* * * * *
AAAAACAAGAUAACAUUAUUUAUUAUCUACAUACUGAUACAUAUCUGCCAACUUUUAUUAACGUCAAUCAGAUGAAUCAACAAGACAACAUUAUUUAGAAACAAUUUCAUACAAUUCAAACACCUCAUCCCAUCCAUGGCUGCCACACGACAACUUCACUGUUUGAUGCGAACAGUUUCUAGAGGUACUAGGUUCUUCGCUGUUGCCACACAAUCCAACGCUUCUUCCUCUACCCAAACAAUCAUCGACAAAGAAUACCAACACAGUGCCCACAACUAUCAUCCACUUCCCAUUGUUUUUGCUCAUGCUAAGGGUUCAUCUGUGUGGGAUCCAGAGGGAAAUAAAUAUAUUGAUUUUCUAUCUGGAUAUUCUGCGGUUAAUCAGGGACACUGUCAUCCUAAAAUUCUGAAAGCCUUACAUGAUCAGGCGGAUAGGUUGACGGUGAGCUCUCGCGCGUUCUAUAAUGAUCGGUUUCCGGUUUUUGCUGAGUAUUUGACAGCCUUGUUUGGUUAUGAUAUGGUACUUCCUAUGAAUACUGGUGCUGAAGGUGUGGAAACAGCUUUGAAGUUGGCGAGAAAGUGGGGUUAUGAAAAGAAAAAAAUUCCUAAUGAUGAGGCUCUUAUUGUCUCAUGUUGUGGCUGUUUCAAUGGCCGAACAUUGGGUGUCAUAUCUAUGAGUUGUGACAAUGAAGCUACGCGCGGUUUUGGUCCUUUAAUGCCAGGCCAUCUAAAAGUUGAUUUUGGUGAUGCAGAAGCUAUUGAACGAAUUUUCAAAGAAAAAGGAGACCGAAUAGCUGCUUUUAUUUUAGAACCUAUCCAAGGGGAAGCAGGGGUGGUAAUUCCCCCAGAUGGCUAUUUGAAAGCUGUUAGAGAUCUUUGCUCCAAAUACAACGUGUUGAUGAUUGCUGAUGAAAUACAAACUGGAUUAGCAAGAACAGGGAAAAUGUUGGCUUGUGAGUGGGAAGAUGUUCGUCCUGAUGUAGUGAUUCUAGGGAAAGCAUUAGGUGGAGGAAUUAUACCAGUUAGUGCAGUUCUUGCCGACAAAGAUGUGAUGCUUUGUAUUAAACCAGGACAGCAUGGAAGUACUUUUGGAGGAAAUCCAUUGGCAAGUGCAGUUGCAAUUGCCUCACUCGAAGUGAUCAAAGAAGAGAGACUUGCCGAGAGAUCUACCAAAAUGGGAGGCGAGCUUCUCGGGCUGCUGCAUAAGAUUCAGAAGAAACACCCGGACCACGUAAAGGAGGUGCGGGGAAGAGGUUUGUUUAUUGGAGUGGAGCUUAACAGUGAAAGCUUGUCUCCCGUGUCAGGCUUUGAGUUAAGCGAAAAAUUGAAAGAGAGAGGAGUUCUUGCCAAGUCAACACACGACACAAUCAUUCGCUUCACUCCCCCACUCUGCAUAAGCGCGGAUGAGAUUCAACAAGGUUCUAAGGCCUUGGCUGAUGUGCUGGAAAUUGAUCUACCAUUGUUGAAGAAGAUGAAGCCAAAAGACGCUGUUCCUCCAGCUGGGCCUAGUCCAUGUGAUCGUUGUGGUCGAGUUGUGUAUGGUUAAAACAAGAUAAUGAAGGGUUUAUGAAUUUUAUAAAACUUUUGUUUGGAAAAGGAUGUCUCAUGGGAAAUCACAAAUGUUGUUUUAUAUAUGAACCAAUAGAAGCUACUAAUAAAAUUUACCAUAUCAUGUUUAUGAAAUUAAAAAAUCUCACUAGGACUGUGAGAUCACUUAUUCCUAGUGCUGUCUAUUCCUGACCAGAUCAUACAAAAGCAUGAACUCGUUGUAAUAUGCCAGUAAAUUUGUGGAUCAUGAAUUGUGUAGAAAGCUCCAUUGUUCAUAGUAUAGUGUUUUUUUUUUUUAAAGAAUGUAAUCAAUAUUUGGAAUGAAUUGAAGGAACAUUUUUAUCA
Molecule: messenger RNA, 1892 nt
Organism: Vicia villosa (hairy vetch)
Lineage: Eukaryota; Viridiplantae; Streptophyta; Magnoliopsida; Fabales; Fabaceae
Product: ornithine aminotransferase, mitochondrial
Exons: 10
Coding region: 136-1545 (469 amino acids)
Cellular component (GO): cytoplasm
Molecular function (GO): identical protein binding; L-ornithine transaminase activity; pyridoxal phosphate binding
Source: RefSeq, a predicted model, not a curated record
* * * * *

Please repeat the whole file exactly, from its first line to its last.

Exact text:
AAAAACAAGAUAACAUUAUUUAUUAUCUACAUACUGAUACAUAUCUGCCAACUUUUAUUAACGUCAAUCAGAUGAAUCAACAAGACAACAUUAUUUAGAAACAAUUUCAUACAAUUCAAACACCUCAUCCCAUCCAUGGCUGCCACACGACAACUUCACUGUUUGAUGCGAACAGUUUCUAGAGGUACUAGGUUCUUCGCUGUUGCCACACAAUCCAACGCUUCUUCCUCUACCCAAACAAUCAUCGACAAAGAAUACCAACACAGUGCCCACAACUAUCAUCCACUUCCCAUUGUUUUUGCUCAUGCUAAGGGUUCAUCUGUGUGGGAUCCAGAGGGAAAUAAAUAUAUUGAUUUUCUAUCUGGAUAUUCUGCGGUUAAUCAGGGACACUGUCAUCCUAAAAUUCUGAAAGCCUUACAUGAUCAGGCGGAUAGGUUGACGGUGAGCUCUCGCGCGUUCUAUAAUGAUCGGUUUCCGGUUUUUGCUGAGUAUUUGACAGCCUUGUUUGGUUAUGAUAUGGUACUUCCUAUGAAUACUGGUGCUGAAGGUGUGGAAACAGCUUUGAAGUUGGCGAGAAAGUGGGGUUAUGAAAAGAAAAAAAUUCCUAAUGAUGAGGCUCUUAUUGUCUCAUGUUGUGGCUGUUUCAAUGGCCGAACAUUGGGUGUCAUAUCUAUGAGUUGUGACAAUGAAGCUACGCGCGGUUUUGGUCCUUUAAUGCCAGGCCAUCUAAAAGUUGAUUUUGGUGAUGCAGAAGCUAUUGAACGAAUUUUCAAAGAAAAAGGAGACCGAAUAGCUGCUUUUAUUUUAGAACCUAUCCAAGGGGAAGCAGGGGUGGUAAUUCCCCCAGAUGGCUAUUUGAAAGCUGUUAGAGAUCUUUGCUCCAAAUACAACGUGUUGAUGAUUGCUGAUGAAAUACAAACUGGAUUAGCAAGAACAGGGAAAAUGUUGGCUUGUGAGUGGGAAGAUGUUCGUCCUGAUGUAGUGAUUCUAGGGAAAGCAUUAGGUGGAGGAAUUAUACCAGUUAGUGCAGUUCUUGCCGACAAAGAUGUGAUGCUUUGUAUUAAACCAGGACAGCAUGGAAGUACUUUUGGAGGAAAUCCAUUGGCAAGUGCAGUUGCAAUUGCCUCACUCGAAGUGAUCAAAGAAGAGAGACUUGCCGAGAGAUCUACCAAAAUGGGAGGCGAGCUUCUCGGGCUGCUGCAUAAGAUUCAGAAGAAACACCCGGACCACGUAAAGGAGGUGCGGGGAAGAGGUUUGUUUAUUGGAGUGGAGCUUAACAGUGAAAGCUUGUCUCCCGUGUCAGGCUUUGAGUUAAGCGAAAAAUUGAAAGAGAGAGGAGUUCUUGCCAAGUCAACACACGACACAAUCAUUCGCUUCACUCCCCCACUCUGCAUAAGCGCGGAUGAGAUUCAACAAGGUUCUAAGGCCUUGGCUGAUGUGCUGGAAAUUGAUCUACCAUUGUUGAAGAAGAUGAAGCCAAAAGACGCUGUUCCUCCAGCUGGGCCUAGUCCAUGUGAUCGUUGUGGUCGAGUUGUGUAUGGUUAAAACAAGAUAAUGAAGGGUUUAUGAAUUUUAUAAAACUUUUGUUUGGAAAAGGAUGUCUCAUGGGAAAUCACAAAUGUUGUUUUAUAUAUGAACCAAUAGAAGCUACUAAUAAAAUUUACCAUAUCAUGUUUAUGAAAUUAAAAAAUCUCACUAGGACUGUGAGAUCACUUAUUCCUAGUGCUGUCUAUUCCUGACCAGAUCAUACAAAAGCAUGAACUCGUUGUAAUAUGCCAGUAAAUUUGUGGAUCAUGAAUUGUGUAGAAAGCUCCAUUGUUCAUAGUAUAGUGUUUUUUUUUUUUAAAGAAUGUAAUCAAUAUUUGGAAUGAAUUGAAGGAACAUUUUUAUCA
Molecule: messenger RNA, 1892 nt
Organism: Vicia villosa (hairy vetch)
Lineage: Eukaryota; Viridiplantae; Streptophyta; Magnoliopsida; Fabales; Fabaceae
Product: ornithine aminotransferase, mitochondrial
Exons: 10
Coding region: 136-1545 (469 amino acids)
Cellular component (GO): cytoplasm
Molecular function (GO): identical protein binding; L-ornithine transaminase activity; pyridoxal phosphate binding
Source: RefSeq, a predicted model, not a curated record